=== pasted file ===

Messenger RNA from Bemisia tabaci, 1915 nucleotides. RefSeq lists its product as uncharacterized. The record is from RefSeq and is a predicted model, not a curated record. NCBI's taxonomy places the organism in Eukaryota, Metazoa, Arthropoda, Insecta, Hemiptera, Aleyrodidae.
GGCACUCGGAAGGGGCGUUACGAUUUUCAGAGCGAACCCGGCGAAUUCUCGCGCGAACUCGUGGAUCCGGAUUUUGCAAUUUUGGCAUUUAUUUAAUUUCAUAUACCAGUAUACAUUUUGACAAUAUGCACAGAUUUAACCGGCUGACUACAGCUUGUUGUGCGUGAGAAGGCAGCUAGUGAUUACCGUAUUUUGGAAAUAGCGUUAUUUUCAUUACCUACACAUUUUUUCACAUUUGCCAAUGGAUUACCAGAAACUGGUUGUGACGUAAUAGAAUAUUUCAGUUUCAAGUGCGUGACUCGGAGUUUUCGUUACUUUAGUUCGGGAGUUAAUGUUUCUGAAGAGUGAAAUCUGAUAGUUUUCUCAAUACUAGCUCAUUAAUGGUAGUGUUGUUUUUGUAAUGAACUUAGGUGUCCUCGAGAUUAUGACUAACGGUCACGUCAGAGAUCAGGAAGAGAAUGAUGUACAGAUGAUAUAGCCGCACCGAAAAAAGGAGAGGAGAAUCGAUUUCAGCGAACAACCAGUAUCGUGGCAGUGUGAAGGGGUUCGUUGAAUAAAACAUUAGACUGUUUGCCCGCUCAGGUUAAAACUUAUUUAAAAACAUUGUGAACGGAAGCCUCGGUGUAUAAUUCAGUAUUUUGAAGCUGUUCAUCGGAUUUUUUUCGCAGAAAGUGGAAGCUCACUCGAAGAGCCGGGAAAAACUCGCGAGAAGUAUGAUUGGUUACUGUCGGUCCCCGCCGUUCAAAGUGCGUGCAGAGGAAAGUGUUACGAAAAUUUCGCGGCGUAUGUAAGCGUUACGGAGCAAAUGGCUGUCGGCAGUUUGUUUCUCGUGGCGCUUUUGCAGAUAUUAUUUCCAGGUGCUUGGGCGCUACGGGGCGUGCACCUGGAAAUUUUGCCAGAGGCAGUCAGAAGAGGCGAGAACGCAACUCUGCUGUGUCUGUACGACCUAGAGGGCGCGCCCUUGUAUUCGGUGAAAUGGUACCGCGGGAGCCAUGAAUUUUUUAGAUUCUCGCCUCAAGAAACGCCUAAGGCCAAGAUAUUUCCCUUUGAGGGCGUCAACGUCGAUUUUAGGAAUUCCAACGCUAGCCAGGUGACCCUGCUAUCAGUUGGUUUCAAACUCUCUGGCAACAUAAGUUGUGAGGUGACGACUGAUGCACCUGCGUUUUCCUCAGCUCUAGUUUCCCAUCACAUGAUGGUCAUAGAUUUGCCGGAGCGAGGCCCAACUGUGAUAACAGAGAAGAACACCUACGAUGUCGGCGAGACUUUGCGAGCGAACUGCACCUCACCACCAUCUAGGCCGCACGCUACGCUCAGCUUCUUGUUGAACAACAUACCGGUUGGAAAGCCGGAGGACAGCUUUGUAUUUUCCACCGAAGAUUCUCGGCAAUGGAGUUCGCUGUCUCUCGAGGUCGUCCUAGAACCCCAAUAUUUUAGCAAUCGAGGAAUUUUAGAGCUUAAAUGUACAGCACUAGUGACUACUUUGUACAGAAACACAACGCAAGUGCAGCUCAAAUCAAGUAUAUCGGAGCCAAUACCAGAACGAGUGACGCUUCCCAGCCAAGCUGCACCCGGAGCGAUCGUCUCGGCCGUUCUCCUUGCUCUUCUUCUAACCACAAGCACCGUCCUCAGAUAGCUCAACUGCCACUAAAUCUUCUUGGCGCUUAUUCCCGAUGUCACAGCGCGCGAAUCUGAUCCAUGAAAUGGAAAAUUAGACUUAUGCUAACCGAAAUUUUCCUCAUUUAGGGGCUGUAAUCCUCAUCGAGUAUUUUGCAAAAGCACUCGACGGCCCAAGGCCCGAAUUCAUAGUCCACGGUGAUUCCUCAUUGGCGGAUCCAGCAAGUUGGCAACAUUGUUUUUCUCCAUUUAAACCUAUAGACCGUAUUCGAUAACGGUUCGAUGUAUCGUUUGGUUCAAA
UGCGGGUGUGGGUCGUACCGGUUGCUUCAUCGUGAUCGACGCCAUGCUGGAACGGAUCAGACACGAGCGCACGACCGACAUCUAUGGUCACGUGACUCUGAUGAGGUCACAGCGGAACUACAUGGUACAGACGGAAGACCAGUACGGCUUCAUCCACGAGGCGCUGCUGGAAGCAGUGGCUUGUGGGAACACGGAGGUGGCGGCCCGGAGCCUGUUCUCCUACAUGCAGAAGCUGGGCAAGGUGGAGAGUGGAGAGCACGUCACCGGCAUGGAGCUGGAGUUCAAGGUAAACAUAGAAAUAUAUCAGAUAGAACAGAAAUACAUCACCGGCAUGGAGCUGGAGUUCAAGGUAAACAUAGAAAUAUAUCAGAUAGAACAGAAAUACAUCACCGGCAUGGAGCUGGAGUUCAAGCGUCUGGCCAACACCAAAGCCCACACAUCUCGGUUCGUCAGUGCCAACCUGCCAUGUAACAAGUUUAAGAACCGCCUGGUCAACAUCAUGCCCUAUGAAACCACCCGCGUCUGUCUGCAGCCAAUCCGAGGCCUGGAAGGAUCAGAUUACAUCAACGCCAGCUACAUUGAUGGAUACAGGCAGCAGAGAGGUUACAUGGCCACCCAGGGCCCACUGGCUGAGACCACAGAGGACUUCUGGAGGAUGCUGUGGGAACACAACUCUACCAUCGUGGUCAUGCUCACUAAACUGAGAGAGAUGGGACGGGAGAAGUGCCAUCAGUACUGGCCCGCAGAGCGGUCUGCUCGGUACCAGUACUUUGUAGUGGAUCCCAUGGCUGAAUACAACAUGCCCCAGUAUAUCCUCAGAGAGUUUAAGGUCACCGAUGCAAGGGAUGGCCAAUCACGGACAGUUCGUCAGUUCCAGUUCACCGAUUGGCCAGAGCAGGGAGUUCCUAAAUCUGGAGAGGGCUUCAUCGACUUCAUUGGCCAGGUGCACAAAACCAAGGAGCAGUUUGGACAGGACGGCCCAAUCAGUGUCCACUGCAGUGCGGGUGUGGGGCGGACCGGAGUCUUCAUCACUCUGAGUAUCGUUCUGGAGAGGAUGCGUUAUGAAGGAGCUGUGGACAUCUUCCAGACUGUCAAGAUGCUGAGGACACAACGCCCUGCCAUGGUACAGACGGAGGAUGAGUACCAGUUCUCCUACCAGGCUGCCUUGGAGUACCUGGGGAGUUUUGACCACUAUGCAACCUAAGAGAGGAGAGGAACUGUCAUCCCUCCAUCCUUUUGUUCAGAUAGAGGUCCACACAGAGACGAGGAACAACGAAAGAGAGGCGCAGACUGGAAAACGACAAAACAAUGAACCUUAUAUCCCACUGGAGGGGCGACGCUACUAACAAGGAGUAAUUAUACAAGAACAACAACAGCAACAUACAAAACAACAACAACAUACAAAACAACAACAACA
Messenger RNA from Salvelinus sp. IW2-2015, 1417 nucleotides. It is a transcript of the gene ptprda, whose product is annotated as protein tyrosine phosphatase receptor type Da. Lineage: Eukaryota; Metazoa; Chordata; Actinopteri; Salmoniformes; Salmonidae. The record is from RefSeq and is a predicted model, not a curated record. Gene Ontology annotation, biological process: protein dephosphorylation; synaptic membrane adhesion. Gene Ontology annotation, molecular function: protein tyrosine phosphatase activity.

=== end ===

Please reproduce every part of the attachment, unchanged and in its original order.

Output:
Messenger RNA from Bemisia tabaci, 1915 nucleotides. RefSeq lists its product as uncharacterized. The record is from RefSeq and is a predicted model, not a curated record. NCBI's taxonomy places the organism in Eukaryota, Metazoa, Arthropoda, Insecta, Hemiptera, Aleyrodidae.
GGCACUCGGAAGGGGCGUUACGAUUUUCAGAGCGAACCCGGCGAAUUCUCGCGCGAACUCGUGGAUCCGGAUUUUGCAAUUUUGGCAUUUAUUUAAUUUCAUAUACCAGUAUACAUUUUGACAAUAUGCACAGAUUUAACCGGCUGACUACAGCUUGUUGUGCGUGAGAAGGCAGCUAGUGAUUACCGUAUUUUGGAAAUAGCGUUAUUUUCAUUACCUACACAUUUUUUCACAUUUGCCAAUGGAUUACCAGAAACUGGUUGUGACGUAAUAGAAUAUUUCAGUUUCAAGUGCGUGACUCGGAGUUUUCGUUACUUUAGUUCGGGAGUUAAUGUUUCUGAAGAGUGAAAUCUGAUAGUUUUCUCAAUACUAGCUCAUUAAUGGUAGUGUUGUUUUUGUAAUGAACUUAGGUGUCCUCGAGAUUAUGACUAACGGUCACGUCAGAGAUCAGGAAGAGAAUGAUGUACAGAUGAUAUAGCCGCACCGAAAAAAGGAGAGGAGAAUCGAUUUCAGCGAACAACCAGUAUCGUGGCAGUGUGAAGGGGUUCGUUGAAUAAAACAUUAGACUGUUUGCCCGCUCAGGUUAAAACUUAUUUAAAAACAUUGUGAACGGAAGCCUCGGUGUAUAAUUCAGUAUUUUGAAGCUGUUCAUCGGAUUUUUUUCGCAGAAAGUGGAAGCUCACUCGAAGAGCCGGGAAAAACUCGCGAGAAGUAUGAUUGGUUACUGUCGGUCCCCGCCGUUCAAAGUGCGUGCAGAGGAAAGUGUUACGAAAAUUUCGCGGCGUAUGUAAGCGUUACGGAGCAAAUGGCUGUCGGCAGUUUGUUUCUCGUGGCGCUUUUGCAGAUAUUAUUUCCAGGUGCUUGGGCGCUACGGGGCGUGCACCUGGAAAUUUUGCCAGAGGCAGUCAGAAGAGGCGAGAACGCAACUCUGCUGUGUCUGUACGACCUAGAGGGCGCGCCCUUGUAUUCGGUGAAAUGGUACCGCGGGAGCCAUGAAUUUUUUAGAUUCUCGCCUCAAGAAACGCCUAAGGCCAAGAUAUUUCCCUUUGAGGGCGUCAACGUCGAUUUUAGGAAUUCCAACGCUAGCCAGGUGACCCUGCUAUCAGUUGGUUUCAAACUCUCUGGCAACAUAAGUUGUGAGGUGACGACUGAUGCACCUGCGUUUUCCUCAGCUCUAGUUUCCCAUCACAUGAUGGUCAUAGAUUUGCCGGAGCGAGGCCCAACUGUGAUAACAGAGAAGAACACCUACGAUGUCGGCGAGACUUUGCGAGCGAACUGCACCUCACCACCAUCUAGGCCGCACGCUACGCUCAGCUUCUUGUUGAACAACAUACCGGUUGGAAAGCCGGAGGACAGCUUUGUAUUUUCCACCGAAGAUUCUCGGCAAUGGAGUUCGCUGUCUCUCGAGGUCGUCCUAGAACCCCAAUAUUUUAGCAAUCGAGGAAUUUUAGAGCUUAAAUGUACAGCACUAGUGACUACUUUGUACAGAAACACAACGCAAGUGCAGCUCAAAUCAAGUAUAUCGGAGCCAAUACCAGAACGAGUGACGCUUCCCAGCCAAGCUGCACCCGGAGCGAUCGUCUCGGCCGUUCUCCUUGCUCUUCUUCUAACCACAAGCACCGUCCUCAGAUAGCUCAACUGCCACUAAAUCUUCUUGGCGCUUAUUCCCGAUGUCACAGCGCGCGAAUCUGAUCCAUGAAAUGGAAAAUUAGACUUAUGCUAACCGAAAUUUUCCUCAUUUAGGGGCUGUAAUCCUCAUCGAGUAUUUUGCAAAAGCACUCGACGGCCCAAGGCCCGAAUUCAUAGUCCACGGUGAUUCCUCAUUGGCGGAUCCAGCAAGUUGGCAACAUUGUUUUUCUCCAUUUAAACCUAUAGACCGUAUUCGAUAACGGUUCGAUGUAUCGUUUGGUUCAAA
UGCGGGUGUGGGUCGUACCGGUUGCUUCAUCGUGAUCGACGCCAUGCUGGAACGGAUCAGACACGAGCGCACGACCGACAUCUAUGGUCACGUGACUCUGAUGAGGUCACAGCGGAACUACAUGGUACAGACGGAAGACCAGUACGGCUUCAUCCACGAGGCGCUGCUGGAAGCAGUGGCUUGUGGGAACACGGAGGUGGCGGCCCGGAGCCUGUUCUCCUACAUGCAGAAGCUGGGCAAGGUGGAGAGUGGAGAGCACGUCACCGGCAUGGAGCUGGAGUUCAAGGUAAACAUAGAAAUAUAUCAGAUAGAACAGAAAUACAUCACCGGCAUGGAGCUGGAGUUCAAGGUAAACAUAGAAAUAUAUCAGAUAGAACAGAAAUACAUCACCGGCAUGGAGCUGGAGUUCAAGCGUCUGGCCAACACCAAAGCCCACACAUCUCGGUUCGUCAGUGCCAACCUGCCAUGUAACAAGUUUAAGAACCGCCUGGUCAACAUCAUGCCCUAUGAAACCACCCGCGUCUGUCUGCAGCCAAUCCGAGGCCUGGAAGGAUCAGAUUACAUCAACGCCAGCUACAUUGAUGGAUACAGGCAGCAGAGAGGUUACAUGGCCACCCAGGGCCCACUGGCUGAGACCACAGAGGACUUCUGGAGGAUGCUGUGGGAACACAACUCUACCAUCGUGGUCAUGCUCACUAAACUGAGAGAGAUGGGACGGGAGAAGUGCCAUCAGUACUGGCCCGCAGAGCGGUCUGCUCGGUACCAGUACUUUGUAGUGGAUCCCAUGGCUGAAUACAACAUGCCCCAGUAUAUCCUCAGAGAGUUUAAGGUCACCGAUGCAAGGGAUGGCCAAUCACGGACAGUUCGUCAGUUCCAGUUCACCGAUUGGCCAGAGCAGGGAGUUCCUAAAUCUGGAGAGGGCUUCAUCGACUUCAUUGGCCAGGUGCACAAAACCAAGGAGCAGUUUGGACAGGACGGCCCAAUCAGUGUCCACUGCAGUGCGGGUGUGGGGCGGACCGGAGUCUUCAUCACUCUGAGUAUCGUUCUGGAGAGGAUGCGUUAUGAAGGAGCUGUGGACAUCUUCCAGACUGUCAAGAUGCUGAGGACACAACGCCCUGCCAUGGUACAGACGGAGGAUGAGUACCAGUUCUCCUACCAGGCUGCCUUGGAGUACCUGGGGAGUUUUGACCACUAUGCAACCUAAGAGAGGAGAGGAACUGUCAUCCCUCCAUCCUUUUGUUCAGAUAGAGGUCCACACAGAGACGAGGAACAACGAAAGAGAGGCGCAGACUGGAAAACGACAAAACAAUGAACCUUAUAUCCCACUGGAGGGGCGACGCUACUAACAAGGAGUAAUUAUACAAGAACAACAACAGCAACAUACAAAACAACAACAACAUACAAAACAACAACAACA
Messenger RNA from Salvelinus sp. IW2-2015, 1417 nucleotides. It is a transcript of the gene ptprda, whose product is annotated as protein tyrosine phosphatase receptor type Da. Lineage: Eukaryota; Metazoa; Chordata; Actinopteri; Salmoniformes; Salmonidae. The record is from RefSeq and is a predicted model, not a curated record. Gene Ontology annotation, biological process: protein dephosphorylation; synaptic membrane adhesion. Gene Ontology annotation, molecular function: protein tyrosine phosphatase activity.